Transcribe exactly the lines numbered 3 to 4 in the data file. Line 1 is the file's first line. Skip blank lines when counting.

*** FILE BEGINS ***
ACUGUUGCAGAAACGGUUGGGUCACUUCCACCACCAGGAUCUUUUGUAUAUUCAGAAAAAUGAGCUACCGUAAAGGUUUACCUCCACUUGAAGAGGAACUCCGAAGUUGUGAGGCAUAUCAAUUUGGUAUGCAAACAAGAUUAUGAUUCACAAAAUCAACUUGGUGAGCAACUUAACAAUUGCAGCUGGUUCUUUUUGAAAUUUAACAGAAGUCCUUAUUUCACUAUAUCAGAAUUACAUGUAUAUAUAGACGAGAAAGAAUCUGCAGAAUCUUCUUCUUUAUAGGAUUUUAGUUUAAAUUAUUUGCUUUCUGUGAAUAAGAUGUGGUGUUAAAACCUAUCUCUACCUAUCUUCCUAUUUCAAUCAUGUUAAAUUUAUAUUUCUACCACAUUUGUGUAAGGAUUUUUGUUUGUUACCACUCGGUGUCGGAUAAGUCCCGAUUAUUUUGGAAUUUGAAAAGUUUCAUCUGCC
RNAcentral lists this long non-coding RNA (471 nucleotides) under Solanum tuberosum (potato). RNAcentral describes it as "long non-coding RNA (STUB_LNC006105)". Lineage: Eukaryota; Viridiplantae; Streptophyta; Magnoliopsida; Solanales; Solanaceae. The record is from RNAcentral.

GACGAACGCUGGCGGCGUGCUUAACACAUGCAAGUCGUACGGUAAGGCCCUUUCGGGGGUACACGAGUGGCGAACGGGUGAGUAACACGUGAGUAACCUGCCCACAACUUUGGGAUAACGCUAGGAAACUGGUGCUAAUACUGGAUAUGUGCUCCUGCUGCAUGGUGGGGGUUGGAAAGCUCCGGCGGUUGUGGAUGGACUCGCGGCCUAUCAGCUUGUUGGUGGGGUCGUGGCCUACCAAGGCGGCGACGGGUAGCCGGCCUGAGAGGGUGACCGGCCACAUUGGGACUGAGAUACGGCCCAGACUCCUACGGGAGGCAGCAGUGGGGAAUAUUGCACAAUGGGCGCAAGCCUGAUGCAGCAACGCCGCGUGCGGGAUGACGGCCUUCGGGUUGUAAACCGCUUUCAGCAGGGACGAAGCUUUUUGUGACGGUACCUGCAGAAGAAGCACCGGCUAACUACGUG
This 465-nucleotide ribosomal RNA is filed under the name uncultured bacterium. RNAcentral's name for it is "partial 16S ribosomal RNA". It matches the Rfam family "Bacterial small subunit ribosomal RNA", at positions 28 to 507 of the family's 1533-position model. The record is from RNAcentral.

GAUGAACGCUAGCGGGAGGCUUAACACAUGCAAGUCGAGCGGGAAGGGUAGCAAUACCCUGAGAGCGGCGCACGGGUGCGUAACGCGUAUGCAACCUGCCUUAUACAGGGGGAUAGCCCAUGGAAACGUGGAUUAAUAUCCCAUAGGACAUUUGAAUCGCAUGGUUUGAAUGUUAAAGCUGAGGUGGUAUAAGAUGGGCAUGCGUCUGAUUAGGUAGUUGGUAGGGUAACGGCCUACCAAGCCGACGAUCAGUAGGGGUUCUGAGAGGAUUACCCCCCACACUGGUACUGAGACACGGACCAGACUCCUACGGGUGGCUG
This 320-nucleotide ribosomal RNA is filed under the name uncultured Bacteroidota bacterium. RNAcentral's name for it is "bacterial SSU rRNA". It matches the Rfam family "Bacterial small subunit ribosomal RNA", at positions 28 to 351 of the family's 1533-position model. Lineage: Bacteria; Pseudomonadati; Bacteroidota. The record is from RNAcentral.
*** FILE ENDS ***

GACGAACGCUGGCGGCGUGCUUAACACAUGCAAGUCGUACGGUAAGGCCCUUUCGGGGGUACACGAGUGGCGAACGGGUGAGUAACACGUGAGUAACCUGCCCACAACUUUGGGAUAACGCUAGGAAACUGGUGCUAAUACUGGAUAUGUGCUCCUGCUGCAUGGUGGGGGUUGGAAAGCUCCGGCGGUUGUGGAUGGACUCGCGGCCUAUCAGCUUGUUGGUGGGGUCGUGGCCUACCAAGGCGGCGACGGGUAGCCGGCCUGAGAGGGUGACCGGCCACAUUGGGACUGAGAUACGGCCCAGACUCCUACGGGAGGCAGCAGUGGGGAAUAUUGCACAAUGGGCGCAAGCCUGAUGCAGCAACGCCGCGUGCGGGAUGACGGCCUUCGGGUUGUAAACCGCUUUCAGCAGGGACGAAGCUUUUUGUGACGGUACCUGCAGAAGAAGCACCGGCUAACUACGUG
This 465-nucleotide ribosomal RNA is filed under the name uncultured bacterium. RNAcentral's name for it is "partial 16S ribosomal RNA". It matches the Rfam family "Bacterial small subunit ribosomal RNA", at positions 28 to 507 of the family's 1533-position model. The record is from RNAcentral.